Banking on ALEXA
Mik Allen is a DP operating in the United Arab Emirates on movie and commercial projects. His early career saw him working as a clapper loader and focus puller on high-end films including THE MUMMY, GOSFORD PARK, GOLDENEYE, THE JACKAL and IN LOVE AND WAR, under such revered directors as Robert Altman, Sir Richard Attenborough and Michael Caton-Jones. In recent years Allen has been concentrating on prestigious commercial ventures for television, cinema and the web.
DP Mik Allen, who is based in the United Arab Emirates, shot this high profile commercial for Barwa Bank with ARRI ALEXA cameras and Ultra Prime lenses from rental facility FilmQuip Dubai.
Allen learnt his craft on ARRI film cameras. "As the industry moved to digital, I was really dissatisfied with what the market offered," he says. "Either the tonality of the pictures was wanting, the handling was awkward, or the operation was slow and counter-intuitive, with vital settings hidden in menus. Sadly, this is often still the case. The arrival of the ALEXA has been a breath of fresh air. For me, picking up the camera for the first time, everything was instantly familiar - it was as though ARRIFLEX 235 or 435 cameras had been reborn as digital models. For the first time I had no hesitation in using digital. Before the ALEXA came, I used to miss a lot about film. I don't any more."
The ability of the ALEXA to render faithful skin tones is of immense appeal to Allen and is what led him to select the camera for a commercial promoting UAE's Barwa Bank. Produced by Filmworks Dubai and shot with ALEXA cameras supplied by FilmQuip Dubai, the spot centers around the playful antics of a group of children.
"Shooting at ASA 800 is my preferred setting; it really is the camera's sweet spot," notes Allen. "At this level the camera is capable of capturing noise-free pictures with true blacks and it also delivers a wonderful latitude. In studio conditions, this ASA rating allows me to reduce the amount of artificial light required, which is a real bonus where children are concerned."
In the film, directed by David Andrew Ward, the camera had to capture the dark faces of the children against the backdrop of the white studio. To create a pleasing, subtle effect, Allen employed a 2K spring ball through a half diffusion frame to light the subjects. Additionally, the harder lighting on the background reflected onto the children, increasing the overall lighting.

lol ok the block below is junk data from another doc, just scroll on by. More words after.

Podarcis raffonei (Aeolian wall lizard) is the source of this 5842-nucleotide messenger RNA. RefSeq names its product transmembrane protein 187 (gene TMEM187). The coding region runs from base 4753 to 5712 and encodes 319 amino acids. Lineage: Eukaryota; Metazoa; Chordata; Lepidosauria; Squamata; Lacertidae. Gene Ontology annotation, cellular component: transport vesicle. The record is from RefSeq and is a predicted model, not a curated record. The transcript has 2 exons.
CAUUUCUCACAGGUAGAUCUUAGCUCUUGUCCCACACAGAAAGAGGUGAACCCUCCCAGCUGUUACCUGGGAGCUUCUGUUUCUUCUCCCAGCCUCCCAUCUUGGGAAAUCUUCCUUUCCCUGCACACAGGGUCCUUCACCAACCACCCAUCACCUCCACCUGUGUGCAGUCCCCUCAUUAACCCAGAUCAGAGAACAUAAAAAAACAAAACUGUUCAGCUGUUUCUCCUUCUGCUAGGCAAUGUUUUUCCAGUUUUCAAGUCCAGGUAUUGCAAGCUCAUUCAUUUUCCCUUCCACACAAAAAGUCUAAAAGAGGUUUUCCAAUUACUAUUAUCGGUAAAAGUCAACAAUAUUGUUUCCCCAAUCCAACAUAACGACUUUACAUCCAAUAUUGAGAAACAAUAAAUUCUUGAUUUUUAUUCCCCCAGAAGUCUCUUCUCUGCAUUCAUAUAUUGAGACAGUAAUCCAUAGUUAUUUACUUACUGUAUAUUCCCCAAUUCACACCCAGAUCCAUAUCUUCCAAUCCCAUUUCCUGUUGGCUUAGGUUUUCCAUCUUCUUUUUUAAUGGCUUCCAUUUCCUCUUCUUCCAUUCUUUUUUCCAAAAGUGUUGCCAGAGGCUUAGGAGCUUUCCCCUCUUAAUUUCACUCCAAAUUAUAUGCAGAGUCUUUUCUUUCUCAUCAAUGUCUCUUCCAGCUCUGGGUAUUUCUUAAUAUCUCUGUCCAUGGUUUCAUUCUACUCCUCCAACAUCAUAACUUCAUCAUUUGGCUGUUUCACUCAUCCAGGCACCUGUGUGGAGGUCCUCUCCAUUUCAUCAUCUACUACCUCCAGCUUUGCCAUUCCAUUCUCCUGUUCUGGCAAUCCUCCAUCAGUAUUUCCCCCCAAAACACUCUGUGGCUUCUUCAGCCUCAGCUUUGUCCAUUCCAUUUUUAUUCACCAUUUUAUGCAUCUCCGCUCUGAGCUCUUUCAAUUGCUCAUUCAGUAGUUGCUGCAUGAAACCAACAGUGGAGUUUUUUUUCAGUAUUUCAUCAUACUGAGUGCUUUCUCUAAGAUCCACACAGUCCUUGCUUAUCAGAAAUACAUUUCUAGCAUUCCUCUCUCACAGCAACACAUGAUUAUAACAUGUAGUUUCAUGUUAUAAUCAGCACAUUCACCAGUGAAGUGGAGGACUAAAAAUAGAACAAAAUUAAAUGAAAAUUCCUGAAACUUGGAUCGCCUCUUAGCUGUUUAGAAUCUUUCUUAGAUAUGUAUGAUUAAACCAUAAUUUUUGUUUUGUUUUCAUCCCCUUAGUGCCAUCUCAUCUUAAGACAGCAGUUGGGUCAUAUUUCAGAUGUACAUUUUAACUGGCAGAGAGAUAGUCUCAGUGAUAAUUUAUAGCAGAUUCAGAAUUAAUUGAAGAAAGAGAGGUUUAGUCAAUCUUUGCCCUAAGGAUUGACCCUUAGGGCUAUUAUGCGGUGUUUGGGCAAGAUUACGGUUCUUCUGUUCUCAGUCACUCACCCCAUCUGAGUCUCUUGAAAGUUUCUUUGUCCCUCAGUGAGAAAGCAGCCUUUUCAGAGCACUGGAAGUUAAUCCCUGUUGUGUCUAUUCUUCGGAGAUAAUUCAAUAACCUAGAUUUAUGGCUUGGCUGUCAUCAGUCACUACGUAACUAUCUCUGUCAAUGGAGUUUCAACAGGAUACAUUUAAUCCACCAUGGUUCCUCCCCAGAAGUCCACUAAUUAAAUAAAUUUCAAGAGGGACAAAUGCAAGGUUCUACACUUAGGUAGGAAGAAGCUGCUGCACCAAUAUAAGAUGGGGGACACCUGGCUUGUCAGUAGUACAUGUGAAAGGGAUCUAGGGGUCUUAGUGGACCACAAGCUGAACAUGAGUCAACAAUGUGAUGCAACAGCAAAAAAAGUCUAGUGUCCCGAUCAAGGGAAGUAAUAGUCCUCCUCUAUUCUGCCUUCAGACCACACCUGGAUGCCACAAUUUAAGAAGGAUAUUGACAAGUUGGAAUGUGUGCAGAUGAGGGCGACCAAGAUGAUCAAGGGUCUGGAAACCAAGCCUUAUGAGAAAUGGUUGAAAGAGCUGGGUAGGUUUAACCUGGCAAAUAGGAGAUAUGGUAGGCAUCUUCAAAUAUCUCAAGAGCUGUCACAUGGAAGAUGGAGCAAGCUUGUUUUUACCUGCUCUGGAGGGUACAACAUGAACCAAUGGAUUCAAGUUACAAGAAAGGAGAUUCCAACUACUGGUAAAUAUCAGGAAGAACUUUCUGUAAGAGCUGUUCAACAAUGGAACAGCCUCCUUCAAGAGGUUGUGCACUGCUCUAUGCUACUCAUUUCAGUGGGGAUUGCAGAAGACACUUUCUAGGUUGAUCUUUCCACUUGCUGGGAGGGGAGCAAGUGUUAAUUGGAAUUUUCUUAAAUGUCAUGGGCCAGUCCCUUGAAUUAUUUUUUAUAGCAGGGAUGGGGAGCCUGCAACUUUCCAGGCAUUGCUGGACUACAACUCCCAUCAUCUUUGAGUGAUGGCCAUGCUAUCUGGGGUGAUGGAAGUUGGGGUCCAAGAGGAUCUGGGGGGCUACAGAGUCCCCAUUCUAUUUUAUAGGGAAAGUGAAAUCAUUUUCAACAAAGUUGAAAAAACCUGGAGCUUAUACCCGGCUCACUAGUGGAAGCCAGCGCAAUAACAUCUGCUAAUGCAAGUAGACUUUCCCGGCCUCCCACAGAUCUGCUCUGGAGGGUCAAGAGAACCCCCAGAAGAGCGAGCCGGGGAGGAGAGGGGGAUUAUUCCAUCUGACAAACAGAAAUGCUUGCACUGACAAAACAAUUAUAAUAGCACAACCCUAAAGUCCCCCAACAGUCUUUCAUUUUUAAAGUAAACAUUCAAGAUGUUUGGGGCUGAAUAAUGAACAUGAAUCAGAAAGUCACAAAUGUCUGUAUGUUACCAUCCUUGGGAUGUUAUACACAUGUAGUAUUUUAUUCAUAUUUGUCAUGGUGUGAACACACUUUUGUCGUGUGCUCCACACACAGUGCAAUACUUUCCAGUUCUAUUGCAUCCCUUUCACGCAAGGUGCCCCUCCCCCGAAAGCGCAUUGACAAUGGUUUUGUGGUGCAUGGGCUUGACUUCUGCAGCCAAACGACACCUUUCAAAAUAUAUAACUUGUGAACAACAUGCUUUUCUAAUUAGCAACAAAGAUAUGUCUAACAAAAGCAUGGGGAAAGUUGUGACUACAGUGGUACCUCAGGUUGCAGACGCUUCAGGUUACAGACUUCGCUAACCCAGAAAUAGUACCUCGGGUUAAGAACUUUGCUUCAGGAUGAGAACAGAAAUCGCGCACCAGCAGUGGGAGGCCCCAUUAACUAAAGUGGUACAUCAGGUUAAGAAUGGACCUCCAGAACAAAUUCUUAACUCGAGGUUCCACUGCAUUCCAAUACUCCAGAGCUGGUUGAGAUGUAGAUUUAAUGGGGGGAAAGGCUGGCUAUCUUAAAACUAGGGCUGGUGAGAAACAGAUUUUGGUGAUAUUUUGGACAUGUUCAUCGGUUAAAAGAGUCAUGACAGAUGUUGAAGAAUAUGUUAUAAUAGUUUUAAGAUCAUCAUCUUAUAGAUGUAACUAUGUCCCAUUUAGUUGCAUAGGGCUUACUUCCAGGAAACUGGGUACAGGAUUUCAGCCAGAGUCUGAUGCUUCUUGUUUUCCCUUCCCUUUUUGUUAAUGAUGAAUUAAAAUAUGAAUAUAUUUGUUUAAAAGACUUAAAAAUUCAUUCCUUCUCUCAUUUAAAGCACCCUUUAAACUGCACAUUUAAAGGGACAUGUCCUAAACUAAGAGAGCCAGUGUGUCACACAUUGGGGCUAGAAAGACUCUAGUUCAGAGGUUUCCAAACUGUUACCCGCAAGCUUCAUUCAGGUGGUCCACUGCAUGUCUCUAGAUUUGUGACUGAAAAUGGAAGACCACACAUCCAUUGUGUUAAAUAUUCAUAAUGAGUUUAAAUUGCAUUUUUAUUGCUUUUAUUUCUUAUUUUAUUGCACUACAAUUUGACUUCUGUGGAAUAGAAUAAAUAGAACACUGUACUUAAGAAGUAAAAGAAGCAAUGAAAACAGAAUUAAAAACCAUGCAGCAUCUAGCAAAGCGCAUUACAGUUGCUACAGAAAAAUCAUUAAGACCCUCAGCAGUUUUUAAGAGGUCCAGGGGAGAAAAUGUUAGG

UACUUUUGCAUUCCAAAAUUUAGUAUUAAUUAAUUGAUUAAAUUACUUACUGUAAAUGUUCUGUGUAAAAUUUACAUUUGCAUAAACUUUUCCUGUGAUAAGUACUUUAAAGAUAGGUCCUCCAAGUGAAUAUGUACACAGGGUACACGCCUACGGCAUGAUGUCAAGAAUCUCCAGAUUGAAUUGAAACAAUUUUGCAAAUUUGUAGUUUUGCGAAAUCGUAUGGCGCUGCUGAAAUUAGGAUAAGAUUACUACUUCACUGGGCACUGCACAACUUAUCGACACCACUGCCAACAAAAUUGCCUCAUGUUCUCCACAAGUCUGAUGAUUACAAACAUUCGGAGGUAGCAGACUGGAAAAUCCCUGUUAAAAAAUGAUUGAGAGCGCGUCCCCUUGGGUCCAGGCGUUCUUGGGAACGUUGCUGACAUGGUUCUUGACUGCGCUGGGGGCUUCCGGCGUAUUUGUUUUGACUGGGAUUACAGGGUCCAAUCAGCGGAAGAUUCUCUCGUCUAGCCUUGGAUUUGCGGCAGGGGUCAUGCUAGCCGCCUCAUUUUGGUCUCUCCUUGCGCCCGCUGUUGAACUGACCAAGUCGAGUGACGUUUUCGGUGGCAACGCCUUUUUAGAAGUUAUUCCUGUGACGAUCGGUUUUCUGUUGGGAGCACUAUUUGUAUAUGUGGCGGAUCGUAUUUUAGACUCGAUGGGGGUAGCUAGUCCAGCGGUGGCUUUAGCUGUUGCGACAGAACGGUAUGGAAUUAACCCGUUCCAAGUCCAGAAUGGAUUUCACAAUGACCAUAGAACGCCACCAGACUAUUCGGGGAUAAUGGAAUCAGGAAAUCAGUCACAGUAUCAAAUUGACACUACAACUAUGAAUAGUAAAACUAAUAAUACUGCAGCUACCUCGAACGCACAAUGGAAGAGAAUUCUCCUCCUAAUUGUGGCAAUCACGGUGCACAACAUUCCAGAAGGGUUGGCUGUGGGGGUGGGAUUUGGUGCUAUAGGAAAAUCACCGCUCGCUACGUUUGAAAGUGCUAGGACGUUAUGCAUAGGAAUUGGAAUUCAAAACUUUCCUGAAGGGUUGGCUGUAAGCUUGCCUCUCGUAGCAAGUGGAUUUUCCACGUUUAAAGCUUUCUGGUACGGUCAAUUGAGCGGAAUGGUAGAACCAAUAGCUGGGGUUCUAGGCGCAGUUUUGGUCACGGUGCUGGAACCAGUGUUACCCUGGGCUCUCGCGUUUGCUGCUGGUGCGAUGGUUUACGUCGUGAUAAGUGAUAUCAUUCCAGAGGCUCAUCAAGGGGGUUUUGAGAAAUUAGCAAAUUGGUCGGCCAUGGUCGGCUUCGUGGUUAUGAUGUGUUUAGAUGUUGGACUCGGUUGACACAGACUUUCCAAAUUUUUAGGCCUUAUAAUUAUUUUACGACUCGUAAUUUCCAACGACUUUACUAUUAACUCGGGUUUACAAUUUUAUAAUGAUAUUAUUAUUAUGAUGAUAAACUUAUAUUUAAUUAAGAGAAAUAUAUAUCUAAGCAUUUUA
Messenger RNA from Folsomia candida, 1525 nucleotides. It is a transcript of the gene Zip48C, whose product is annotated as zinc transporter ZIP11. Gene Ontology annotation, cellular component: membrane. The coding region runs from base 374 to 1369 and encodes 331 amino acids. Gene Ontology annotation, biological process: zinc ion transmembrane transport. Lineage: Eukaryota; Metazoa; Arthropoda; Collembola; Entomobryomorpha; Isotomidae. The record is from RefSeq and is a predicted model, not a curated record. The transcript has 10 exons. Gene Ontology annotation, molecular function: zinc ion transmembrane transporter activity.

"With the ALEXA, dynamic range is rarely an issue," continues the DP. "What we ended up with were sparkling eyes, clear and natural flesh tones, and a bright, vibrant picture."
Allen puts this performance down to the camera, twinned with a full set of ARRI/ZEISS Ultra Primes. He notes, "I mainly used the 85 mm and 135 mm lenses; their sharpness and control over depth of field are excellent. Shooting on Ultra Primes makes getting the camera into tight areas painless. And as a bonus, it's a superbly compact package - as good on the shoulder as on a dolly."
Digital acquisition turned out to be the ideal choice for the shoot. "Working with children is always a challenge," says Allen. "Allowing the camera to carry on rolling was the best way to get the shots we needed. With celluloid, this just wouldn't have worked. What's more, while the camera recorded ProRes 444 Log C files, the feed to the director's monitor was graded in real-time and faithful to the final program. Seeing images of that quality coming straight out of the camera gives the client huge confidence that the shoot is going to plan."
As the footage moved into post, Allen prepared for his next project, a commercial shot on ALEXA... inside a Boeing 737.